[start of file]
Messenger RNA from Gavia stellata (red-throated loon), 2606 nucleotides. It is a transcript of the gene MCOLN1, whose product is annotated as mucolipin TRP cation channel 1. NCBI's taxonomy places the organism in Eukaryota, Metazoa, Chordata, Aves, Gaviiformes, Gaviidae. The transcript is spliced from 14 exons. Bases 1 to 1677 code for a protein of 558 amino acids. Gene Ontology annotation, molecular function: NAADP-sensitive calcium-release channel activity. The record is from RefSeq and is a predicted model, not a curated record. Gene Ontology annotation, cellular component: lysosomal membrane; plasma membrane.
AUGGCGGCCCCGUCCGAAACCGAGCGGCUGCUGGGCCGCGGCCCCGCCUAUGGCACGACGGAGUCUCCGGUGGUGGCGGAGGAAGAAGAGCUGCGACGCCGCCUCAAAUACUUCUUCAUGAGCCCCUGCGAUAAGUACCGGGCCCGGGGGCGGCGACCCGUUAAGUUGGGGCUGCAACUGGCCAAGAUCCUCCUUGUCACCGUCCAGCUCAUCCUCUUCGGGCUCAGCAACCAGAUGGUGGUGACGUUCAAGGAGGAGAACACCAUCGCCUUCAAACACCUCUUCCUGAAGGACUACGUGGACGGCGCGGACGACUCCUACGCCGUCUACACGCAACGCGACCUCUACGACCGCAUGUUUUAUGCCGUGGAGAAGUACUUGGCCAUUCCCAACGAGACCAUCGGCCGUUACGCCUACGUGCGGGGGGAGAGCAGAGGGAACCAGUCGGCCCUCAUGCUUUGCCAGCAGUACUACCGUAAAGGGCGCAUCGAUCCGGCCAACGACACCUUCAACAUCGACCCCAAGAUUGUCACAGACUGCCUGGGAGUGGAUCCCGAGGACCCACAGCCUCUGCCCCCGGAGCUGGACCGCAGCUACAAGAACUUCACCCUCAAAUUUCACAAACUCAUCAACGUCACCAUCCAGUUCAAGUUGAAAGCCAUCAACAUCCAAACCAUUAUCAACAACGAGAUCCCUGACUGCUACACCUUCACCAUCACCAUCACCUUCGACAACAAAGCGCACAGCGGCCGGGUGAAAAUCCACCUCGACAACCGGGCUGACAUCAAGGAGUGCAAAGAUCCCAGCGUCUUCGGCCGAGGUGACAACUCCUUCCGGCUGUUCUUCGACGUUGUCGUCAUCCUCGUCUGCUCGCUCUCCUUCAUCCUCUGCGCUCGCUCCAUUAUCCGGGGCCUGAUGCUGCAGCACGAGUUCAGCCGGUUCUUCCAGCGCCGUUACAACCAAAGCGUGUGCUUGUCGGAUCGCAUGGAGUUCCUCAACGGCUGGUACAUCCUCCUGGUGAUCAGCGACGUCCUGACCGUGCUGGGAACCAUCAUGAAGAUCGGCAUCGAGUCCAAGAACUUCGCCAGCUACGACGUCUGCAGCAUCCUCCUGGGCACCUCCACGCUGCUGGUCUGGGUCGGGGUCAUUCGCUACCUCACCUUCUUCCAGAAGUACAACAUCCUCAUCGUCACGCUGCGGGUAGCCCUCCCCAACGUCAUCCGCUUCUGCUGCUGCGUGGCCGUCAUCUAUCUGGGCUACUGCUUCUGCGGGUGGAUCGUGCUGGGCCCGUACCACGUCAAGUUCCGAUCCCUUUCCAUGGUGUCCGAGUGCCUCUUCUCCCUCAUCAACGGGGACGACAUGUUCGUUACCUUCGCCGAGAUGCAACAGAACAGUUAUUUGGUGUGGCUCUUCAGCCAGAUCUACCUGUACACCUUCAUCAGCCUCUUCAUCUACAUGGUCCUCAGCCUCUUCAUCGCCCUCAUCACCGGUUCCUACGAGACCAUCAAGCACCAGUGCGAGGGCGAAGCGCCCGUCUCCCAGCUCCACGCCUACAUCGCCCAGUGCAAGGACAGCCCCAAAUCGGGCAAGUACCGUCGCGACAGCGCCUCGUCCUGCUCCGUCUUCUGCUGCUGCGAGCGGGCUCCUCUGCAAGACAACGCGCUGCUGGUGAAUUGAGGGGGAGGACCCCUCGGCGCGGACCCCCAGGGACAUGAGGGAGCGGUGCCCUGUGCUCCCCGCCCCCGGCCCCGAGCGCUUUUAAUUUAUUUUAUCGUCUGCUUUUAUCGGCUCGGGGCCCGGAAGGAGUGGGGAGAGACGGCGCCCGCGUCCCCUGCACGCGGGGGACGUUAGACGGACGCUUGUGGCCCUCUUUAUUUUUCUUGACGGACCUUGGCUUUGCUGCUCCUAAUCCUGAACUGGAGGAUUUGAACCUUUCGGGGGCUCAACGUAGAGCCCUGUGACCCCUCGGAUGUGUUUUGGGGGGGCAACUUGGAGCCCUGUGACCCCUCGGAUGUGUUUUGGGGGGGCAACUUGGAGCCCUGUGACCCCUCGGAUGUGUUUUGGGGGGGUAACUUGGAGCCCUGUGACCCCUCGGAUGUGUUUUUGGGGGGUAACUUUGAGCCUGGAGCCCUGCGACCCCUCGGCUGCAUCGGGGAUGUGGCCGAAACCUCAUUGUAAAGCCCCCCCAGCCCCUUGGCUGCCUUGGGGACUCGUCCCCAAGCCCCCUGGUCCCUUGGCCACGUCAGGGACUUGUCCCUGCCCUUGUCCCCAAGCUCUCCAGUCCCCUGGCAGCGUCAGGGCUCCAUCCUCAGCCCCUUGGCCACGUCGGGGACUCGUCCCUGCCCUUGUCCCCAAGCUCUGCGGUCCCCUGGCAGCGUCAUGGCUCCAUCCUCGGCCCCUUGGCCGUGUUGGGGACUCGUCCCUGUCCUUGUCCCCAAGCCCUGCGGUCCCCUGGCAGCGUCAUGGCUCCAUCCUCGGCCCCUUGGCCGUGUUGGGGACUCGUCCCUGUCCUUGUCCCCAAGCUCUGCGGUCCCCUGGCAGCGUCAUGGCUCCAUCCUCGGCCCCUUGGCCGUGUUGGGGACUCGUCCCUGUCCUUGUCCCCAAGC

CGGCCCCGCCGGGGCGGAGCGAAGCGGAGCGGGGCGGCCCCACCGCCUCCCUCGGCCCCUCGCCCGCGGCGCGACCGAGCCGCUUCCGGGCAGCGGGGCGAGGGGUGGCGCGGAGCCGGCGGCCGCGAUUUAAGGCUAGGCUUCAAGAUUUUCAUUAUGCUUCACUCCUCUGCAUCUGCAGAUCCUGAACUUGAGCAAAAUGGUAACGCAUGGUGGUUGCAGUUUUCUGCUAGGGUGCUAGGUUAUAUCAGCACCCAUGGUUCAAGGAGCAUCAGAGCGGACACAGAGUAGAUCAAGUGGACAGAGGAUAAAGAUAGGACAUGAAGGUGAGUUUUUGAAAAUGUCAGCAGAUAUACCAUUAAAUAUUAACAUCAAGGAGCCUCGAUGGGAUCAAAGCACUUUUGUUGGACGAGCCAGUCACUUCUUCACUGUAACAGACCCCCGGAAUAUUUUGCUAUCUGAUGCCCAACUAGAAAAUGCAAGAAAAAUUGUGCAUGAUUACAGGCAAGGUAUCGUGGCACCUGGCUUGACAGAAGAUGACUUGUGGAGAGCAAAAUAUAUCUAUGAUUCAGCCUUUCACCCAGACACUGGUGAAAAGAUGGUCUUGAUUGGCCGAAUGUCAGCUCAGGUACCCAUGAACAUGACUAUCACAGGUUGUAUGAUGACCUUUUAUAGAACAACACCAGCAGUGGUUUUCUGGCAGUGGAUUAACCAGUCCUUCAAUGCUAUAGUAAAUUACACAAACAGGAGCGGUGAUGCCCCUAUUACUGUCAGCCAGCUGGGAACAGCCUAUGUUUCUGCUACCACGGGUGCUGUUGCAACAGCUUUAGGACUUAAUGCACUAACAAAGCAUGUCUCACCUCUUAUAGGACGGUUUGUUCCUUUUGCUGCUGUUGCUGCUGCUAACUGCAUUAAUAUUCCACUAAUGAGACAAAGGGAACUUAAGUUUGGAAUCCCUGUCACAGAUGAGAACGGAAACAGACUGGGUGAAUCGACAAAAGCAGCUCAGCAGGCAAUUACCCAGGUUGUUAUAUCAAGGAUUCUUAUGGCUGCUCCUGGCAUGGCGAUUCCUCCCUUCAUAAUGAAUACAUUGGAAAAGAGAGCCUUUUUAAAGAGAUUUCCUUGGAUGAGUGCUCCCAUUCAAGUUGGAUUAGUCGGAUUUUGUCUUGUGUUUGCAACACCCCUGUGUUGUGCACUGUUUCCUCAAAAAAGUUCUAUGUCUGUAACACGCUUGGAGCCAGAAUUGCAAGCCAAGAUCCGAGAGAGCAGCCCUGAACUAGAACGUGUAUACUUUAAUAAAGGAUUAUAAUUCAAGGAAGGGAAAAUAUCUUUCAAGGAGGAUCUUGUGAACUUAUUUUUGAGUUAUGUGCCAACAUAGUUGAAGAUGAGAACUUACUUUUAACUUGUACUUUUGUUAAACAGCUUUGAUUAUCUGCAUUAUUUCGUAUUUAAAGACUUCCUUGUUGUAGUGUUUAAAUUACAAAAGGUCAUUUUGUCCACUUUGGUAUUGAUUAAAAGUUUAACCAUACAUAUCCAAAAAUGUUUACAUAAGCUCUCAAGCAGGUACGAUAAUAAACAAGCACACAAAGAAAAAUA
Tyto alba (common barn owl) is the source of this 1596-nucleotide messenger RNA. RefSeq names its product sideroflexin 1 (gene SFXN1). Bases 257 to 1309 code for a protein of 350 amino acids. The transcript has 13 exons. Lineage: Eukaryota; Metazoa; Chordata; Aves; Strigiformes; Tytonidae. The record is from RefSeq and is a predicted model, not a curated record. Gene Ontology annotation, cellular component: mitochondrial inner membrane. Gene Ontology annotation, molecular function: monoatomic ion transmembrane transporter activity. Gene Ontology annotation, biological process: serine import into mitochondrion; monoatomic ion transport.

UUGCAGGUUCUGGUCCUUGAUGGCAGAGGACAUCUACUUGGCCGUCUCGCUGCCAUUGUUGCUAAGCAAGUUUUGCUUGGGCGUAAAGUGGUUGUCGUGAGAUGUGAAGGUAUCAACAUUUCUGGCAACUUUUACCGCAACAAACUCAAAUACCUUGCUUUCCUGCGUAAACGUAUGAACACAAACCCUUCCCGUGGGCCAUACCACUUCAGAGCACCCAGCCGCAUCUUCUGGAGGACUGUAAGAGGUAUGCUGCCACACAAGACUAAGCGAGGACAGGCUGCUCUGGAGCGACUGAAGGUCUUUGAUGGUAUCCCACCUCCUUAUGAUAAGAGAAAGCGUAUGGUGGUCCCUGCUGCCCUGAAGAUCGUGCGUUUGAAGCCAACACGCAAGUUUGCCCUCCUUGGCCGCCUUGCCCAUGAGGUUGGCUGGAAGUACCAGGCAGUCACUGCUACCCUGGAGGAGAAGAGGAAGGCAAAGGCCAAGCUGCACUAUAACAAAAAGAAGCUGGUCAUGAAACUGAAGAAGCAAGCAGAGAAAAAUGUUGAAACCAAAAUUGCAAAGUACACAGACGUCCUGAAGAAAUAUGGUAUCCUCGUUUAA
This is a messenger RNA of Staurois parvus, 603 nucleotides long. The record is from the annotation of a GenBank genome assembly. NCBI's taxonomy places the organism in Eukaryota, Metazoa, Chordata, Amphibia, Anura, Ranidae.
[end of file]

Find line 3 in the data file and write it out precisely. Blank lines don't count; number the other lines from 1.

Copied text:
CGGCCCCGCCGGGGCGGAGCGAAGCGGAGCGGGGCGGCCCCACCGCCUCCCUCGGCCCCUCGCCCGCGGCGCGACCGAGCCGCUUCCGGGCAGCGGGGCGAGGGGUGGCGCGGAGCCGGCGGCCGCGAUUUAAGGCUAGGCUUCAAGAUUUUCAUUAUGCUUCACUCCUCUGCAUCUGCAGAUCCUGAACUUGAGCAAAAUGGUAACGCAUGGUGGUUGCAGUUUUCUGCUAGGGUGCUAGGUUAUAUCAGCACCCAUGGUUCAAGGAGCAUCAGAGCGGACACAGAGUAGAUCAAGUGGACAGAGGAUAAAGAUAGGACAUGAAGGUGAGUUUUUGAAAAUGUCAGCAGAUAUACCAUUAAAUAUUAACAUCAAGGAGCCUCGAUGGGAUCAAAGCACUUUUGUUGGACGAGCCAGUCACUUCUUCACUGUAACAGACCCCCGGAAUAUUUUGCUAUCUGAUGCCCAACUAGAAAAUGCAAGAAAAAUUGUGCAUGAUUACAGGCAAGGUAUCGUGGCACCUGGCUUGACAGAAGAUGACUUGUGGAGAGCAAAAUAUAUCUAUGAUUCAGCCUUUCACCCAGACACUGGUGAAAAGAUGGUCUUGAUUGGCCGAAUGUCAGCUCAGGUACCCAUGAACAUGACUAUCACAGGUUGUAUGAUGACCUUUUAUAGAACAACACCAGCAGUGGUUUUCUGGCAGUGGAUUAACCAGUCCUUCAAUGCUAUAGUAAAUUACACAAACAGGAGCGGUGAUGCCCCUAUUACUGUCAGCCAGCUGGGAACAGCCUAUGUUUCUGCUACCACGGGUGCUGUUGCAACAGCUUUAGGACUUAAUGCACUAACAAAGCAUGUCUCACCUCUUAUAGGACGGUUUGUUCCUUUUGCUGCUGUUGCUGCUGCUAACUGCAUUAAUAUUCCACUAAUGAGACAAAGGGAACUUAAGUUUGGAAUCCCUGUCACAGAUGAGAACGGAAACAGACUGGGUGAAUCGACAAAAGCAGCUCAGCAGGCAAUUACCCAGGUUGUUAUAUCAAGGAUUCUUAUGGCUGCUCCUGGCAUGGCGAUUCCUCCCUUCAUAAUGAAUACAUUGGAAAAGAGAGCCUUUUUAAAGAGAUUUCCUUGGAUGAGUGCUCCCAUUCAAGUUGGAUUAGUCGGAUUUUGUCUUGUGUUUGCAACACCCCUGUGUUGUGCACUGUUUCCUCAAAAAAGUUCUAUGUCUGUAACACGCUUGGAGCCAGAAUUGCAAGCCAAGAUCCGAGAGAGCAGCCCUGAACUAGAACGUGUAUACUUUAAUAAAGGAUUAUAAUUCAAGGAAGGGAAAAUAUCUUUCAAGGAGGAUCUUGUGAACUUAUUUUUGAGUUAUGUGCCAACAUAGUUGAAGAUGAGAACUUACUUUUAACUUGUACUUUUGUUAAACAGCUUUGAUUAUCUGCAUUAUUUCGUAUUUAAAGACUUCCUUGUUGUAGUGUUUAAAUUACAAAAGGUCAUUUUGUCCACUUUGGUAUUGAUUAAAAGUUUAACCAUACAUAUCCAAAAAUGUUUACAUAAGCUCUCAAGCAGGUACGAUAAUAAACAAGCACACAAAGAAAAAUA